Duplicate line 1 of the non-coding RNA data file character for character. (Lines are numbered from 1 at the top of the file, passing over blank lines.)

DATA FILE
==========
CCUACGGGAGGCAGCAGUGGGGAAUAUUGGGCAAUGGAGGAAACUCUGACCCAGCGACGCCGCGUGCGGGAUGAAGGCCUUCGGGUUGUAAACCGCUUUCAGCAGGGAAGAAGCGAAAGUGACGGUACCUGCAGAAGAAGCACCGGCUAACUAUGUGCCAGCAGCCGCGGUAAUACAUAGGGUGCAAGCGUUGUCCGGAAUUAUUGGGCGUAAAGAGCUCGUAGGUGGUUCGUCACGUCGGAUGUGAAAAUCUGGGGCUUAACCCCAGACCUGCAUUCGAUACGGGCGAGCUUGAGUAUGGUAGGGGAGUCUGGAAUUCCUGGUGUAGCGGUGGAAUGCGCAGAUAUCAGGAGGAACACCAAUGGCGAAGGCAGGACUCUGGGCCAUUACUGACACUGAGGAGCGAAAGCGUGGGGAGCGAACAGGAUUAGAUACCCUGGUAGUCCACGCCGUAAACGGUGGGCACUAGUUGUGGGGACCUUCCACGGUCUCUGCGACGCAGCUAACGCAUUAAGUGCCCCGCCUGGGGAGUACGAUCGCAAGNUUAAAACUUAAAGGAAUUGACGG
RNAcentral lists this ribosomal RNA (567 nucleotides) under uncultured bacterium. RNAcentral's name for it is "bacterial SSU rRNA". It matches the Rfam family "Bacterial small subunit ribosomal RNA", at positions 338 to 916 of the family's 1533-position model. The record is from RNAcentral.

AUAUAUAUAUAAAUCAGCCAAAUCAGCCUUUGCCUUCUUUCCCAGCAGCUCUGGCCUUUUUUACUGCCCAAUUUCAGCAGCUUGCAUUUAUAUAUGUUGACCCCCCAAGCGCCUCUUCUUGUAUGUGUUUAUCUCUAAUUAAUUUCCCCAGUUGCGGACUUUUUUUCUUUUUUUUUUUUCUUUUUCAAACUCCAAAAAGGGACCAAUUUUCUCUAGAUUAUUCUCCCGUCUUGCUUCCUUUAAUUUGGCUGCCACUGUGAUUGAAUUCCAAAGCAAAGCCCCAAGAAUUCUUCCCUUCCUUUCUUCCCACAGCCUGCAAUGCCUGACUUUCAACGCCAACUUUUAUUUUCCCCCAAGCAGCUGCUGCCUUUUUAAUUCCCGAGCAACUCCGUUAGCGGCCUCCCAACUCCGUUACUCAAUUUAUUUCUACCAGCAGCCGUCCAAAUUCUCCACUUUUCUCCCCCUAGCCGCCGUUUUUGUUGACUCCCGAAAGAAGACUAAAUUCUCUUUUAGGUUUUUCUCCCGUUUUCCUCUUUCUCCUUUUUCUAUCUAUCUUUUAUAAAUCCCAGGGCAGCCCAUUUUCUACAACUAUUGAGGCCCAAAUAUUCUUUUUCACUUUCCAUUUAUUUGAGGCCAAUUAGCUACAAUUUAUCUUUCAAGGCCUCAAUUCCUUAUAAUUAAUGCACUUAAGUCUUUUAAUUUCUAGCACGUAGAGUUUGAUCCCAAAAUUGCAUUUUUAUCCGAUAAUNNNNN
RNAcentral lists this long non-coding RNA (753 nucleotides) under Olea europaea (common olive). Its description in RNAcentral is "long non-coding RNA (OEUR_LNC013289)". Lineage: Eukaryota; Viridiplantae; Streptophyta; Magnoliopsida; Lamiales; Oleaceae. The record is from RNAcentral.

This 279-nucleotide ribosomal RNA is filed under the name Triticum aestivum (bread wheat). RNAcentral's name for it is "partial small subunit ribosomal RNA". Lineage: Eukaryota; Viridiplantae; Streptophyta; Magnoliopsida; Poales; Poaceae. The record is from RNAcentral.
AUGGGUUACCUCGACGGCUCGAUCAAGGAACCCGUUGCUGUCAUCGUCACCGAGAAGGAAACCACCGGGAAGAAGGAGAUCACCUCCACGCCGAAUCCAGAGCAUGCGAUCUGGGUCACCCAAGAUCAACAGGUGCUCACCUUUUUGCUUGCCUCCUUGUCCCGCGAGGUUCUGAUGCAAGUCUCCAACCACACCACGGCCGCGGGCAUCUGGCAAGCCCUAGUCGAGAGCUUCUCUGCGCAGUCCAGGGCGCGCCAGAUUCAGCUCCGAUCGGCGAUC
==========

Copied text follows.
CCUACGGGAGGCAGCAGUGGGGAAUAUUGGGCAAUGGAGGAAACUCUGACCCAGCGACGCCGCGUGCGGGAUGAAGGCCUUCGGGUUGUAAACCGCUUUCAGCAGGGAAGAAGCGAAAGUGACGGUACCUGCAGAAGAAGCACCGGCUAACUAUGUGCCAGCAGCCGCGGUAAUACAUAGGGUGCAAGCGUUGUCCGGAAUUAUUGGGCGUAAAGAGCUCGUAGGUGGUUCGUCACGUCGGAUGUGAAAAUCUGGGGCUUAACCCCAGACCUGCAUUCGAUACGGGCGAGCUUGAGUAUGGUAGGGGAGUCUGGAAUUCCUGGUGUAGCGGUGGAAUGCGCAGAUAUCAGGAGGAACACCAAUGGCGAAGGCAGGACUCUGGGCCAUUACUGACACUGAGGAGCGAAAGCGUGGGGAGCGAACAGGAUUAGAUACCCUGGUAGUCCACGCCGUAAACGGUGGGCACUAGUUGUGGGGACCUUCCACGGUCUCUGCGACGCAGCUAACGCAUUAAGUGCCCCGCCUGGGGAGUACGAUCGCAAGNUUAAAACUUAAAGGAAUUGACGG